How to Feed 15,000 Athletes in the Olympic VillageParis will need to serve 40,000 meals each day for the 15 days of the Summer Games in Paris, and then turn around and serve athletes for another 15 days for the Paralympics. To accomplish this, Olympic organizers have assembled a team of 200 chefs to prepare more than 13 million meals. The "biggest restaurant in the world" will be headquartered at the Cité du Cinéma film studio complex in Saint-Denis, just outside Paris, while the meals themselves will be served at the Olympic Village and at more than a dozen sporting venues. All this activity is supervised by Hélène Defrance, French bronze medalist turned nutritionist. While the athletes are coming from all over the world, the food is not. The Paris games are focused on sustainability practices, and therefore all eggs, milk, and meat will be locally-sourced, and 25% of all the food served will be produced within 250 kilometers of Paris. But that doesn't mean the cuisine is all French, Athletes will have their pick of dishes from around the globe. Meet the superstar chefs who will prepare foods for the Paris Olympics and read what they bring to the games at BBC Travel.(Image credit: Anne Jea.) 
Baba au Rhum: The Simple Yet Enduring French DessertFrance is famous for its sweet, delicate, sensuous pastries, the kind that chefs study for years to perfect. But one of France's best-loved desserts is really quite simple. Baba au rhum is a stale cake revived by pouring rum over it. Served with Chantilly cream, it is found at the finest restaurants, in bakeries, and made in homes as well. The origin and etymology of baba au rhum is a little fluid, depending on who you talk to. The dessert descended from a Polish cake soaked in wine. Nicolas Stohrer first sold it in his Paris pâtisserie in 1730. Baba au Rhum can be made using other liquors besides rum. But however it is served, it's special.At the same time, baba au rhum is not beyond the abilities of the home cook. Smithsonian takes on the dessert's historical journey, and ends with a recipe you can try yourself. You'll also see how Julia Child made it on television in a classic video. (Image credit: Dr. Bernd Gross)
Coffee-Flavored Doritos Are RealAmericans sometimes refer to Australia as “British Texas.” As a Texan, I take that as a compliment because Australians are a different sort of folk. Mother Nature is intent on killing you, but she takes special delight in filling Australia with the deadliest predators on Earth. People who live there voluntarily (initial colonization was quite involuntary) laugh at the face of death. This attitude includes consuming products that are technically edible, but only just barely.Recently, FoodBeast reports, the Australian division of the Doritos brand released a line of the corn chips flavored with coffee. The company even offers a contest on July 14 to win a free bag of them. If you win and share them with me, I’d prefer to eat the container and let you eat the contents.-via Holodeck Four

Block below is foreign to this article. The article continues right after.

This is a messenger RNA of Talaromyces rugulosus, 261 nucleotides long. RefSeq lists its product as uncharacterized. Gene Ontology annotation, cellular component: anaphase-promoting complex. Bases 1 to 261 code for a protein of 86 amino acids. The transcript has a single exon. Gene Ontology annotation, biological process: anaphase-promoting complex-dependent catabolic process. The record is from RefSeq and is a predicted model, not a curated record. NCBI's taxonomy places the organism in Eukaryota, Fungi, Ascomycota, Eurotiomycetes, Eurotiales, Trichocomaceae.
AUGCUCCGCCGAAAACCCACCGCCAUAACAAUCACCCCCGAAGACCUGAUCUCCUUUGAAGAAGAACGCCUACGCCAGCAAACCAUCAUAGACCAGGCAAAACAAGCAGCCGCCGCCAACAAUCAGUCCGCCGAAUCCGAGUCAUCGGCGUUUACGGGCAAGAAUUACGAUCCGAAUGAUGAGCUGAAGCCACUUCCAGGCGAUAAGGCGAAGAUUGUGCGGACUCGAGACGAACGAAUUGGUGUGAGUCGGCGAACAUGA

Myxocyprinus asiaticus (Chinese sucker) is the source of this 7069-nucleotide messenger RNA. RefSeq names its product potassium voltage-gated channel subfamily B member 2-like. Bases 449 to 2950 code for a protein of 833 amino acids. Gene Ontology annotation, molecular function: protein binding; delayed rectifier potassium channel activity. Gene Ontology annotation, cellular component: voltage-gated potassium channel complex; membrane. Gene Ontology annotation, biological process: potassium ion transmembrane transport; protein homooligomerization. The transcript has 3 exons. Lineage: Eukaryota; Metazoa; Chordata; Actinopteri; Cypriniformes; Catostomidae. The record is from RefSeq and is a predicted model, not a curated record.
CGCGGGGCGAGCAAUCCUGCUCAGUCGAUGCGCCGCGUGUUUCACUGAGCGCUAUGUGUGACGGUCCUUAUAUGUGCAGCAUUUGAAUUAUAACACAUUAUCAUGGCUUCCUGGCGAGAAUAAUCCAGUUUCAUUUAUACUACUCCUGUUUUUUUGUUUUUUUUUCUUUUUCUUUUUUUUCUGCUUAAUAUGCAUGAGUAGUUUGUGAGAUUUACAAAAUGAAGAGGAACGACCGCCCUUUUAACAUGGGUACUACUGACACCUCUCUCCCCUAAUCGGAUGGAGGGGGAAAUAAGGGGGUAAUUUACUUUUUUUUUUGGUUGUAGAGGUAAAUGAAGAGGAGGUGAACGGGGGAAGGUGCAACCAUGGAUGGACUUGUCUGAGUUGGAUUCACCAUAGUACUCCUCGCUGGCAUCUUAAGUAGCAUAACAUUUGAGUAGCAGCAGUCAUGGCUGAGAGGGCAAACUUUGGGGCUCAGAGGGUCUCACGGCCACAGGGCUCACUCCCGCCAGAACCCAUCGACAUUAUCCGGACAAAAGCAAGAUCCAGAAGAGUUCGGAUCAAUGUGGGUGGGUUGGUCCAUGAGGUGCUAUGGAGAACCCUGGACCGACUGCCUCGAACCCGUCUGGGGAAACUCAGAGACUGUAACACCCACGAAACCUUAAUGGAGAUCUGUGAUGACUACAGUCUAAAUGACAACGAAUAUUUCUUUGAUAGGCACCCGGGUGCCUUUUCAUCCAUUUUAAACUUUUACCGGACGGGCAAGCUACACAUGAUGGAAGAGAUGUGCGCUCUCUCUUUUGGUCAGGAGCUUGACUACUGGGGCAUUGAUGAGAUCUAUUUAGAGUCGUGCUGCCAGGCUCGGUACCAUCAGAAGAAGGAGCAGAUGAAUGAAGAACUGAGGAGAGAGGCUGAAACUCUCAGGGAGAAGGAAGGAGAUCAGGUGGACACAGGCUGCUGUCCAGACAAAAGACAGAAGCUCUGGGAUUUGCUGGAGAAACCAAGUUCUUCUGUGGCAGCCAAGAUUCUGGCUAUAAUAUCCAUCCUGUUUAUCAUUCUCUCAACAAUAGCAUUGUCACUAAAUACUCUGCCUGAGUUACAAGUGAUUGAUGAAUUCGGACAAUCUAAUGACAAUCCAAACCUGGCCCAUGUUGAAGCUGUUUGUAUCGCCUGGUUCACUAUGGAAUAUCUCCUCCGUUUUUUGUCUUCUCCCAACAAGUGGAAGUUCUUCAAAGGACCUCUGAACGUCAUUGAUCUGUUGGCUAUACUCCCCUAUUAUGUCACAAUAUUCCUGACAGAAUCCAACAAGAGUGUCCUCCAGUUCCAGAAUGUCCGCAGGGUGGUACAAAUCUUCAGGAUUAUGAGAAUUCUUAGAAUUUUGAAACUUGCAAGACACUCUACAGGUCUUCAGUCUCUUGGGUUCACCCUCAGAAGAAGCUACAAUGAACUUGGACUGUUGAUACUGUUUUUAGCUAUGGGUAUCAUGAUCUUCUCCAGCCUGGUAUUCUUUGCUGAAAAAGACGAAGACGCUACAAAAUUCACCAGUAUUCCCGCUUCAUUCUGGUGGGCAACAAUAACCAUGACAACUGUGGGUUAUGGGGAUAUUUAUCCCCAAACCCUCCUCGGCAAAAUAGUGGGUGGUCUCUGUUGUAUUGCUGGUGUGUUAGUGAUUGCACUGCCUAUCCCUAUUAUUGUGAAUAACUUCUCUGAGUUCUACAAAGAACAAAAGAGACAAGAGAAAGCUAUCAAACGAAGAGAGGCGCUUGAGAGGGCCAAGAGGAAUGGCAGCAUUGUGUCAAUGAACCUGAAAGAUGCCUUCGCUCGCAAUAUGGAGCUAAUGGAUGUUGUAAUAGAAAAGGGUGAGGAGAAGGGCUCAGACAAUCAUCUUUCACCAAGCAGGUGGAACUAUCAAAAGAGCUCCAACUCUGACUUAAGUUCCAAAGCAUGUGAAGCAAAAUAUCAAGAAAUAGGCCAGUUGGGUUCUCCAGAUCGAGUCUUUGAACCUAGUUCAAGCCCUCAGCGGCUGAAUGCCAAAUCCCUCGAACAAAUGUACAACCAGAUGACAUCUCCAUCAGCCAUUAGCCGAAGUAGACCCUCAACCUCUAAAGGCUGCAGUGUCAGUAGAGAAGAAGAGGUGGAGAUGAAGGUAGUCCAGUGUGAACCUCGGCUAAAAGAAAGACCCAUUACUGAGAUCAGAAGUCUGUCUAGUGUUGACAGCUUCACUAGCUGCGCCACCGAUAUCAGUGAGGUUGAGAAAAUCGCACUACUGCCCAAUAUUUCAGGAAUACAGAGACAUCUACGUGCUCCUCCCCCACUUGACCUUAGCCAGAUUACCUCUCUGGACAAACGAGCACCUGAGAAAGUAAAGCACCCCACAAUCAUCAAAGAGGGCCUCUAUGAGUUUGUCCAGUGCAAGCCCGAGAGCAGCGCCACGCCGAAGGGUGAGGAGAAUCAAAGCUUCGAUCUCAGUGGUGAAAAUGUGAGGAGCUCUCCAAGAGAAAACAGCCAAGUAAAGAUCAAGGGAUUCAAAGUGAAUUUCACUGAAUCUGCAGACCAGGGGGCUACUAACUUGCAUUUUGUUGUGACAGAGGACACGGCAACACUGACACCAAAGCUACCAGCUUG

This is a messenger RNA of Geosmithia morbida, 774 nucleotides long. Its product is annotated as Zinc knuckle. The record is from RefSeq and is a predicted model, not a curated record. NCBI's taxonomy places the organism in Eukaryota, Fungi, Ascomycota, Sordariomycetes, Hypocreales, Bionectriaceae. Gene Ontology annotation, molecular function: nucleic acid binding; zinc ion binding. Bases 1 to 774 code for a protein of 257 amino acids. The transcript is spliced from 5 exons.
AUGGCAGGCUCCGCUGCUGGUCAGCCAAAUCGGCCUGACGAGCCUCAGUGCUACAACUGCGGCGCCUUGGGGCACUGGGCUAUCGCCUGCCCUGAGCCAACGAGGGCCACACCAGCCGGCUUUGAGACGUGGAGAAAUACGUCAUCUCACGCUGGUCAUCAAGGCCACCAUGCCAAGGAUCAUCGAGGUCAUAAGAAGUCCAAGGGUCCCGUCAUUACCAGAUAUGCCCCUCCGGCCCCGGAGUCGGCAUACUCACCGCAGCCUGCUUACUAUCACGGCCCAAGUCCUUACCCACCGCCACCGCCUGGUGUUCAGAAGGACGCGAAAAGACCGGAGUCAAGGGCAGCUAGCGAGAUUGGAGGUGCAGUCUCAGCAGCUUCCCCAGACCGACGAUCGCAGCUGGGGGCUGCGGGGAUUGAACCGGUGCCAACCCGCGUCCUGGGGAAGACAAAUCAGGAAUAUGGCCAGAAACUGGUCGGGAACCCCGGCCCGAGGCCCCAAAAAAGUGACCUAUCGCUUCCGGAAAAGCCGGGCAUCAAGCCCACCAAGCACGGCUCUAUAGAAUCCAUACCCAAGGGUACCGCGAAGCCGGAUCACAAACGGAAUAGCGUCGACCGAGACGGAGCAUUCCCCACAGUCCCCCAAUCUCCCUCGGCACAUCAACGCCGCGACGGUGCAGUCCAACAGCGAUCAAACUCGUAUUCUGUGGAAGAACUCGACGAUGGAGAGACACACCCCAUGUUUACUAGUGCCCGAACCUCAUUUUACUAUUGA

American Dishes You Won't Find in the UKLaurence Brown lived half his life in the UK before marrying an American, immigrating, and becoming a US citizen. His series Lost in the Pond focuses on the cultural differences between Britain and the US, with the iconic dry humor Brits are known for. In this episode, he talks about the strange and alien foods he discovered in America that aren't eaten across the pond. They are:1. Clam chowder (there is cockle soup, mostly an Irish dish)2. Meat loaf (although his images look more like deli loaf)3. Chicken fried steak (simply a confusing name for breaded steak)4. Cornbread (corn is to America as rice is to Asia) 5. Biscuits and gravy ("biscuits" in British English means cookies)6. Tacos (the lead player in Mexican-American cuisine)And to think some people say that America doesn't have a unique cuisine. To be fair, most Americans are not familiar with British dishes such as Yorkshire pudding, black pudding, toad in the hole, kidney pie, and spotted dick. Some of us consider that a good thing. There's a one-minute skippable ad at 4:19.
Mr. Bean Bean MeatloafRedditor /u/Sarcasmadragon annually makes meatloaf portraits, such as this one inspired by a younger Justin Bieber, appropriately dubbed the Justin Biebloaf.This past week, he returned to his kitchen/studio to sculpt an image of Rowan Atkinson's famous character Mr. Bean giving his fetching side eye.
S'mores-Flavored Instant RamenSora News 24, like Hermes, the messenger of the gods, delivers to us the glorious news that instant ramen flavored like s’mores exists.I know that you might hesitate to get excited. Often, when Nissin Foods releases wondrously developed instant noodle flavors, they are available only in its native Japan.But you can actually get this flavor in America at, of all places, Walmart! It apparently combines marshmallow, chocolate, and graham cracker flavors with a hint of smoke, just like you would expect from an authentic s’more cooked over a campfire. The kit comes with mini marshmallows, although Nissin suggests adding your own, too.